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Life in San Marcos

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Money and Banking

Currency Exchange

Once you arrive, you will need to find a currency exchange at the airport. Here is a list of banks that will exchange your money for you.


Bank of America: Will only exchange money for those who hold an account with them.
Chase Bank: Will only exchange money for those who hold an account with them.
Citibank: Will only exchange money for those who hold an account with them.
IBC: Will only exchange Mexican Pesos and Euros.


You will want to create an account at one of San Marcos' local banks. This will allow you to transfer funds and access a checking account and debit card. You can create an account by providing the bank with two forms of ID. Valid forms of ID include:

• Passport
• Visa
• Credit card
• Driver’s license (U.S. or international)
• Your student ID.

*You shouldn't need a Social Security number to open an account.

There are many bank options available in San Marcos:

Bank of America
308 East Hopkins Drive, San Marcos
Compass Bank
300 South L B J Drive, San Marcos
(512) 754-8800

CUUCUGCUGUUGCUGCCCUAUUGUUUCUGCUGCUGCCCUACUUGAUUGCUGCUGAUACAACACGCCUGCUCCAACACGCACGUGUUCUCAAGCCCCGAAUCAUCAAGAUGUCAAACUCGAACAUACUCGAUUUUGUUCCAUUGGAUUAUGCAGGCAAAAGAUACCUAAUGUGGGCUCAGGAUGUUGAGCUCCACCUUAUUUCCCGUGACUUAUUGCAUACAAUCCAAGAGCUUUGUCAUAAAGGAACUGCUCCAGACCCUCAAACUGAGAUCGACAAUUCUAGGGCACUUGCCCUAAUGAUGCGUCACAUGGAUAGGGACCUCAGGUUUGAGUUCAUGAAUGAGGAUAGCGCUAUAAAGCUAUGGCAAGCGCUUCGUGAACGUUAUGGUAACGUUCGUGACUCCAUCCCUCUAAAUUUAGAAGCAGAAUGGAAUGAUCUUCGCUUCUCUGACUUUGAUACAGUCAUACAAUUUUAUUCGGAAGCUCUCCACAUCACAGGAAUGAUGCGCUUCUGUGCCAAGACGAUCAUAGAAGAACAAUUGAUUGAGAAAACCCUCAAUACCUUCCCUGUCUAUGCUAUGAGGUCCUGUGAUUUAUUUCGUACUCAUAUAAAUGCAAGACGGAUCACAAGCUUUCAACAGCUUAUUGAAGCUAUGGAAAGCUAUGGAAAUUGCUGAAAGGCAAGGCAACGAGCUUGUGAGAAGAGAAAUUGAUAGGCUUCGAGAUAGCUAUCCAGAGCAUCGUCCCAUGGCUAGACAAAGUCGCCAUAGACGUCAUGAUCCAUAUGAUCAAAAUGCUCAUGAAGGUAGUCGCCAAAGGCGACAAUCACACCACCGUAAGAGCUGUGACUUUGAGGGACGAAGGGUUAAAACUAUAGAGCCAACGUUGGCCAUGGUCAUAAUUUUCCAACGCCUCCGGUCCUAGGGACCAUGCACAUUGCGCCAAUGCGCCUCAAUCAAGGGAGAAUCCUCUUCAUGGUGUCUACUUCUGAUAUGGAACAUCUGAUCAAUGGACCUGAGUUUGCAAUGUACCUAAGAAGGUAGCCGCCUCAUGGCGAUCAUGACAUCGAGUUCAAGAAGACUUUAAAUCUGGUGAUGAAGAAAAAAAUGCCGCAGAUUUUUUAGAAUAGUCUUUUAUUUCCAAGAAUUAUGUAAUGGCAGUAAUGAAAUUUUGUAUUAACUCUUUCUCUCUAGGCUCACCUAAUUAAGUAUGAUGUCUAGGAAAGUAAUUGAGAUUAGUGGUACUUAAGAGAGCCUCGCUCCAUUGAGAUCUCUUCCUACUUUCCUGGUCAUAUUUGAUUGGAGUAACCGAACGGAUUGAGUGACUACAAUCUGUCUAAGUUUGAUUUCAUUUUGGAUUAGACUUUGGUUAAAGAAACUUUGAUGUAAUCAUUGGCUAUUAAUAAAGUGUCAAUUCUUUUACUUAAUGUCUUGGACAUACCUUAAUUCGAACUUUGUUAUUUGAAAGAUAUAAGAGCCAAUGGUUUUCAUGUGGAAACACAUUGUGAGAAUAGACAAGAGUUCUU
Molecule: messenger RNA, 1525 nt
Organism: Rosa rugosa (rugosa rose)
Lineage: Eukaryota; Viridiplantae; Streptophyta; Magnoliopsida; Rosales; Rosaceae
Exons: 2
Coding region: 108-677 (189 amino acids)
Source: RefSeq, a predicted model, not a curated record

Frost Bank
231 North Guadalupe Street, San Marcos
(512) 393-5616
Broadway Bank
301 North C M Allen Parkway, San Marcos
(512) 805-0972
Ozona National Bank
141 West Hopkins Street, San Marcos
(512) 754-2600
Wells Fargo Bank (also located on campus)
123 North Edward Gary Street, San Marcos
(512) 396-2525
Sage Capital Bank
2202 Hunter Road, San Marcos
(512) 392-5588

There are different kinds of bank accounts. Three of the most common are:

1. Savings Account:
  • Your money earns interest, but there may be a fee for frequent withdrawals. Some banks charge a monthly fee if the balance in the account is below a specified amount.
  •  It is used to deposit money for safekeeping over a long period of time.
2. Checking Account:
  • Designed to hold your money safely in a bank, but allow you to spend it as you wish.
  • Some earn interest and have restrictions on the number of checks you can write.
  •  Most have minimum balances required and penalties for going below that amount.
  • After opening a checking account, you will receive an account number and personalized   checks which will be charged to your account.
  • Checks may be written for cash or directly to a business to pay bills or services. You will need identification such as a driver's license or Texas ID card to cash checks.